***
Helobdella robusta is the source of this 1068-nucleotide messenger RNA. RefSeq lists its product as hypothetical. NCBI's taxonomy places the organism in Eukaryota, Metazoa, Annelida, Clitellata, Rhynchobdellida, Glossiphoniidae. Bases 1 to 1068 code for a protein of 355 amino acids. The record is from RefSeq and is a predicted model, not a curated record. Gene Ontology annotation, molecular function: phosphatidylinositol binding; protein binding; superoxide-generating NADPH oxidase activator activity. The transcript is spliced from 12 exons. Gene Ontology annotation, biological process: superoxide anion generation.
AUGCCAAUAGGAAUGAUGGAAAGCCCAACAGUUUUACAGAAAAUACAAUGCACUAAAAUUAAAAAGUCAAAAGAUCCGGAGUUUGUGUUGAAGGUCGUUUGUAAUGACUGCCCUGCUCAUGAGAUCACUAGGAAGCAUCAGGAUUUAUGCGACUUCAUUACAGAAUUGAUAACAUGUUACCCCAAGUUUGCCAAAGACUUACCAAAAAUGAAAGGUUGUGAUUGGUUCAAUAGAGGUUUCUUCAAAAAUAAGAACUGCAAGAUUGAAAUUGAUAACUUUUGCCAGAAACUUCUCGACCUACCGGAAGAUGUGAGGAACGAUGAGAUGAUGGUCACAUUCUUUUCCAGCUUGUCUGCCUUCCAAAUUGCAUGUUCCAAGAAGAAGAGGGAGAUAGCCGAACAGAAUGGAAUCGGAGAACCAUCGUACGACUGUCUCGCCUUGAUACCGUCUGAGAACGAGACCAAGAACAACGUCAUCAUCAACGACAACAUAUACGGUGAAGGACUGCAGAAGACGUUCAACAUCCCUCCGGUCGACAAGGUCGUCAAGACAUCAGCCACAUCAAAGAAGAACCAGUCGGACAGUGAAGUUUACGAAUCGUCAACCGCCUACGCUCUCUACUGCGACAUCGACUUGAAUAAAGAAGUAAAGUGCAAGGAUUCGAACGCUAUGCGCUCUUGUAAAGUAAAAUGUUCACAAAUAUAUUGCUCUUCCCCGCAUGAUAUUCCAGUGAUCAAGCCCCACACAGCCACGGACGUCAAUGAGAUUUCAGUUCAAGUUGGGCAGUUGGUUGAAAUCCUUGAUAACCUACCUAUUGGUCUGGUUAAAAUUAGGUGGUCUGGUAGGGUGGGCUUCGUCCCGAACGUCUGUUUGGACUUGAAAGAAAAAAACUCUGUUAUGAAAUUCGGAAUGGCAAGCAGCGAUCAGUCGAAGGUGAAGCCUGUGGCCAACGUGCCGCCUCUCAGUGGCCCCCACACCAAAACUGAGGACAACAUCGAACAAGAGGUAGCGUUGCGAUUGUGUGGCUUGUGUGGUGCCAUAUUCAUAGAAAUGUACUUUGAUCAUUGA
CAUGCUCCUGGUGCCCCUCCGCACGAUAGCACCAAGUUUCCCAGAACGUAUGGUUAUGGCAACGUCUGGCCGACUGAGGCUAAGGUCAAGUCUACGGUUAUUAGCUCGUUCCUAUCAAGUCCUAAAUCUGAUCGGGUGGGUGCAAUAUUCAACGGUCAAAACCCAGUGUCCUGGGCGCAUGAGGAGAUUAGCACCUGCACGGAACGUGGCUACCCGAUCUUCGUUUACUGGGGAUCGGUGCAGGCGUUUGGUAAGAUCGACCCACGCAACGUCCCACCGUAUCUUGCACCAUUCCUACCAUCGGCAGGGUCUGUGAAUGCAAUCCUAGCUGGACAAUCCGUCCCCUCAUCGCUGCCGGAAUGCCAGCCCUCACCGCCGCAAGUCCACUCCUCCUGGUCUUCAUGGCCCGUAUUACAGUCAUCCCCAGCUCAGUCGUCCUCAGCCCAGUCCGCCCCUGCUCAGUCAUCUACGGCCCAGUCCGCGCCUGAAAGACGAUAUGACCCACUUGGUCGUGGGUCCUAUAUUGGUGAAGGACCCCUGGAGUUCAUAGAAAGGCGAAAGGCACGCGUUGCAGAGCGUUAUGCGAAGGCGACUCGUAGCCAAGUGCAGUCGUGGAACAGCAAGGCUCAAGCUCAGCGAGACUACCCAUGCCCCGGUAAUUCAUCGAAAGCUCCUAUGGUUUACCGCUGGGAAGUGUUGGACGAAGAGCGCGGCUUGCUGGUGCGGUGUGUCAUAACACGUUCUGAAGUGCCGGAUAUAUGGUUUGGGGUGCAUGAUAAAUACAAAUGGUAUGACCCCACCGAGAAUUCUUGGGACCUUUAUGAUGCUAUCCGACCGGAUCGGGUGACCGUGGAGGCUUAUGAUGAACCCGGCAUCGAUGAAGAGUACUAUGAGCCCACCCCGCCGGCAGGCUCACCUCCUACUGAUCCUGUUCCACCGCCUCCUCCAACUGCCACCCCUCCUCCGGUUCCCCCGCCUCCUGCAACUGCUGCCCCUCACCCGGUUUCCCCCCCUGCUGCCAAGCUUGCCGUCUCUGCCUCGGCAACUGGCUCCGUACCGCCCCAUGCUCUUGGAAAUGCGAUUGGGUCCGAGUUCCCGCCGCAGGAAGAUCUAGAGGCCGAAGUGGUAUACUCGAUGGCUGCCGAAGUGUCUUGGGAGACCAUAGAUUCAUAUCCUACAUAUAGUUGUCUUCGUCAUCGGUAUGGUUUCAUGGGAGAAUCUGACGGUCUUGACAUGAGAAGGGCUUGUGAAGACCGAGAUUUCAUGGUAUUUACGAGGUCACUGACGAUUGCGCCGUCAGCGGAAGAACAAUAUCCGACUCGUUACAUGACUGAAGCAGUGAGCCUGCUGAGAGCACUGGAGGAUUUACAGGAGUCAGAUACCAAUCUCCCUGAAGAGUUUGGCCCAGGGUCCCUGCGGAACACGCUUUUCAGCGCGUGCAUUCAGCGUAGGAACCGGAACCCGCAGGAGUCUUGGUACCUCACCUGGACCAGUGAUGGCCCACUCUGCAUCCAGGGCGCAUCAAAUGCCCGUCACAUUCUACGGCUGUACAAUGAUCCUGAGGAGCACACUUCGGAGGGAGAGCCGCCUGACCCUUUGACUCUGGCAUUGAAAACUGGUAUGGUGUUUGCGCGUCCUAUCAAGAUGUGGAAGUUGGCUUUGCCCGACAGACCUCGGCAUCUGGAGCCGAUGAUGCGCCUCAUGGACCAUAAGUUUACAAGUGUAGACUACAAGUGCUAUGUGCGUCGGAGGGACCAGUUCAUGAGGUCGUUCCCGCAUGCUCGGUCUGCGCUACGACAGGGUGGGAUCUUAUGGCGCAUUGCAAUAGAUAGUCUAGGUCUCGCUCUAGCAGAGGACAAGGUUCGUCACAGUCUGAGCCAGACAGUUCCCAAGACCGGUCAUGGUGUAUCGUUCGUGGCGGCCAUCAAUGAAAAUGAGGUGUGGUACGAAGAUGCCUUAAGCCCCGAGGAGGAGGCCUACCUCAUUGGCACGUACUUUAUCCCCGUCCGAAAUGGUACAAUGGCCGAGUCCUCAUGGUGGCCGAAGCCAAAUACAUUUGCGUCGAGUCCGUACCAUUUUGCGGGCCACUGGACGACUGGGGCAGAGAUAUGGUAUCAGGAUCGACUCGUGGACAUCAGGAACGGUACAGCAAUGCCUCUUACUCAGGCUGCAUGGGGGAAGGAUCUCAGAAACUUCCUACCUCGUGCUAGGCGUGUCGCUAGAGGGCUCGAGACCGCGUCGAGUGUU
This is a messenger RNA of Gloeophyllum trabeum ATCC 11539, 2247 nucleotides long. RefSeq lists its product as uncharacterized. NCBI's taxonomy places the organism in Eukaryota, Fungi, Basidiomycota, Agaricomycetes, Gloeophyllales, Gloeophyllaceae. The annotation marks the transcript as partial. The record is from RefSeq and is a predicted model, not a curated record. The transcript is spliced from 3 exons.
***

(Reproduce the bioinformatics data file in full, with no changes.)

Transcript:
Helobdella robusta is the source of this 1068-nucleotide messenger RNA. RefSeq lists its product as hypothetical. NCBI's taxonomy places the organism in Eukaryota, Metazoa, Annelida, Clitellata, Rhynchobdellida, Glossiphoniidae. Bases 1 to 1068 code for a protein of 355 amino acids. The record is from RefSeq and is a predicted model, not a curated record. Gene Ontology annotation, molecular function: phosphatidylinositol binding; protein binding; superoxide-generating NADPH oxidase activator activity. The transcript is spliced from 12 exons. Gene Ontology annotation, biological process: superoxide anion generation.
AUGCCAAUAGGAAUGAUGGAAAGCCCAACAGUUUUACAGAAAAUACAAUGCACUAAAAUUAAAAAGUCAAAAGAUCCGGAGUUUGUGUUGAAGGUCGUUUGUAAUGACUGCCCUGCUCAUGAGAUCACUAGGAAGCAUCAGGAUUUAUGCGACUUCAUUACAGAAUUGAUAACAUGUUACCCCAAGUUUGCCAAAGACUUACCAAAAAUGAAAGGUUGUGAUUGGUUCAAUAGAGGUUUCUUCAAAAAUAAGAACUGCAAGAUUGAAAUUGAUAACUUUUGCCAGAAACUUCUCGACCUACCGGAAGAUGUGAGGAACGAUGAGAUGAUGGUCACAUUCUUUUCCAGCUUGUCUGCCUUCCAAAUUGCAUGUUCCAAGAAGAAGAGGGAGAUAGCCGAACAGAAUGGAAUCGGAGAACCAUCGUACGACUGUCUCGCCUUGAUACCGUCUGAGAACGAGACCAAGAACAACGUCAUCAUCAACGACAACAUAUACGGUGAAGGACUGCAGAAGACGUUCAACAUCCCUCCGGUCGACAAGGUCGUCAAGACAUCAGCCACAUCAAAGAAGAACCAGUCGGACAGUGAAGUUUACGAAUCGUCAACCGCCUACGCUCUCUACUGCGACAUCGACUUGAAUAAAGAAGUAAAGUGCAAGGAUUCGAACGCUAUGCGCUCUUGUAAAGUAAAAUGUUCACAAAUAUAUUGCUCUUCCCCGCAUGAUAUUCCAGUGAUCAAGCCCCACACAGCCACGGACGUCAAUGAGAUUUCAGUUCAAGUUGGGCAGUUGGUUGAAAUCCUUGAUAACCUACCUAUUGGUCUGGUUAAAAUUAGGUGGUCUGGUAGGGUGGGCUUCGUCCCGAACGUCUGUUUGGACUUGAAAGAAAAAAACUCUGUUAUGAAAUUCGGAAUGGCAAGCAGCGAUCAGUCGAAGGUGAAGCCUGUGGCCAACGUGCCGCCUCUCAGUGGCCCCCACACCAAAACUGAGGACAACAUCGAACAAGAGGUAGCGUUGCGAUUGUGUGGCUUGUGUGGUGCCAUAUUCAUAGAAAUGUACUUUGAUCAUUGA
CAUGCUCCUGGUGCCCCUCCGCACGAUAGCACCAAGUUUCCCAGAACGUAUGGUUAUGGCAACGUCUGGCCGACUGAGGCUAAGGUCAAGUCUACGGUUAUUAGCUCGUUCCUAUCAAGUCCUAAAUCUGAUCGGGUGGGUGCAAUAUUCAACGGUCAAAACCCAGUGUCCUGGGCGCAUGAGGAGAUUAGCACCUGCACGGAACGUGGCUACCCGAUCUUCGUUUACUGGGGAUCGGUGCAGGCGUUUGGUAAGAUCGACCCACGCAACGUCCCACCGUAUCUUGCACCAUUCCUACCAUCGGCAGGGUCUGUGAAUGCAAUCCUAGCUGGACAAUCCGUCCCCUCAUCGCUGCCGGAAUGCCAGCCCUCACCGCCGCAAGUCCACUCCUCCUGGUCUUCAUGGCCCGUAUUACAGUCAUCCCCAGCUCAGUCGUCCUCAGCCCAGUCCGCCCCUGCUCAGUCAUCUACGGCCCAGUCCGCGCCUGAAAGACGAUAUGACCCACUUGGUCGUGGGUCCUAUAUUGGUGAAGGACCCCUGGAGUUCAUAGAAAGGCGAAAGGCACGCGUUGCAGAGCGUUAUGCGAAGGCGACUCGUAGCCAAGUGCAGUCGUGGAACAGCAAGGCUCAAGCUCAGCGAGACUACCCAUGCCCCGGUAAUUCAUCGAAAGCUCCUAUGGUUUACCGCUGGGAAGUGUUGGACGAAGAGCGCGGCUUGCUGGUGCGGUGUGUCAUAACACGUUCUGAAGUGCCGGAUAUAUGGUUUGGGGUGCAUGAUAAAUACAAAUGGUAUGACCCCACCGAGAAUUCUUGGGACCUUUAUGAUGCUAUCCGACCGGAUCGGGUGACCGUGGAGGCUUAUGAUGAACCCGGCAUCGAUGAAGAGUACUAUGAGCCCACCCCGCCGGCAGGCUCACCUCCUACUGAUCCUGUUCCACCGCCUCCUCCAACUGCCACCCCUCCUCCGGUUCCCCCGCCUCCUGCAACUGCUGCCCCUCACCCGGUUUCCCCCCCUGCUGCCAAGCUUGCCGUCUCUGCCUCGGCAACUGGCUCCGUACCGCCCCAUGCUCUUGGAAAUGCGAUUGGGUCCGAGUUCCCGCCGCAGGAAGAUCUAGAGGCCGAAGUGGUAUACUCGAUGGCUGCCGAAGUGUCUUGGGAGACCAUAGAUUCAUAUCCUACAUAUAGUUGUCUUCGUCAUCGGUAUGGUUUCAUGGGAGAAUCUGACGGUCUUGACAUGAGAAGGGCUUGUGAAGACCGAGAUUUCAUGGUAUUUACGAGGUCACUGACGAUUGCGCCGUCAGCGGAAGAACAAUAUCCGACUCGUUACAUGACUGAAGCAGUGAGCCUGCUGAGAGCACUGGAGGAUUUACAGGAGUCAGAUACCAAUCUCCCUGAAGAGUUUGGCCCAGGGUCCCUGCGGAACACGCUUUUCAGCGCGUGCAUUCAGCGUAGGAACCGGAACCCGCAGGAGUCUUGGUACCUCACCUGGACCAGUGAUGGCCCACUCUGCAUCCAGGGCGCAUCAAAUGCCCGUCACAUUCUACGGCUGUACAAUGAUCCUGAGGAGCACACUUCGGAGGGAGAGCCGCCUGACCCUUUGACUCUGGCAUUGAAAACUGGUAUGGUGUUUGCGCGUCCUAUCAAGAUGUGGAAGUUGGCUUUGCCCGACAGACCUCGGCAUCUGGAGCCGAUGAUGCGCCUCAUGGACCAUAAGUUUACAAGUGUAGACUACAAGUGCUAUGUGCGUCGGAGGGACCAGUUCAUGAGGUCGUUCCCGCAUGCUCGGUCUGCGCUACGACAGGGUGGGAUCUUAUGGCGCAUUGCAAUAGAUAGUCUAGGUCUCGCUCUAGCAGAGGACAAGGUUCGUCACAGUCUGAGCCAGACAGUUCCCAAGACCGGUCAUGGUGUAUCGUUCGUGGCGGCCAUCAAUGAAAAUGAGGUGUGGUACGAAGAUGCCUUAAGCCCCGAGGAGGAGGCCUACCUCAUUGGCACGUACUUUAUCCCCGUCCGAAAUGGUACAAUGGCCGAGUCCUCAUGGUGGCCGAAGCCAAAUACAUUUGCGUCGAGUCCGUACCAUUUUGCGGGCCACUGGACGACUGGGGCAGAGAUAUGGUAUCAGGAUCGACUCGUGGACAUCAGGAACGGUACAGCAAUGCCUCUUACUCAGGCUGCAUGGGGGAAGGAUCUCAGAAACUUCCUACCUCGUGCUAGGCGUGUCGCUAGAGGGCUCGAGACCGCGUCGAGUGUU
This is a messenger RNA of Gloeophyllum trabeum ATCC 11539, 2247 nucleotides long. RefSeq lists its product as uncharacterized. NCBI's taxonomy places the organism in Eukaryota, Fungi, Basidiomycota, Agaricomycetes, Gloeophyllales, Gloeophyllaceae. The annotation marks the transcript as partial. The record is from RefSeq and is a predicted model, not a curated record. The transcript is spliced from 3 exons.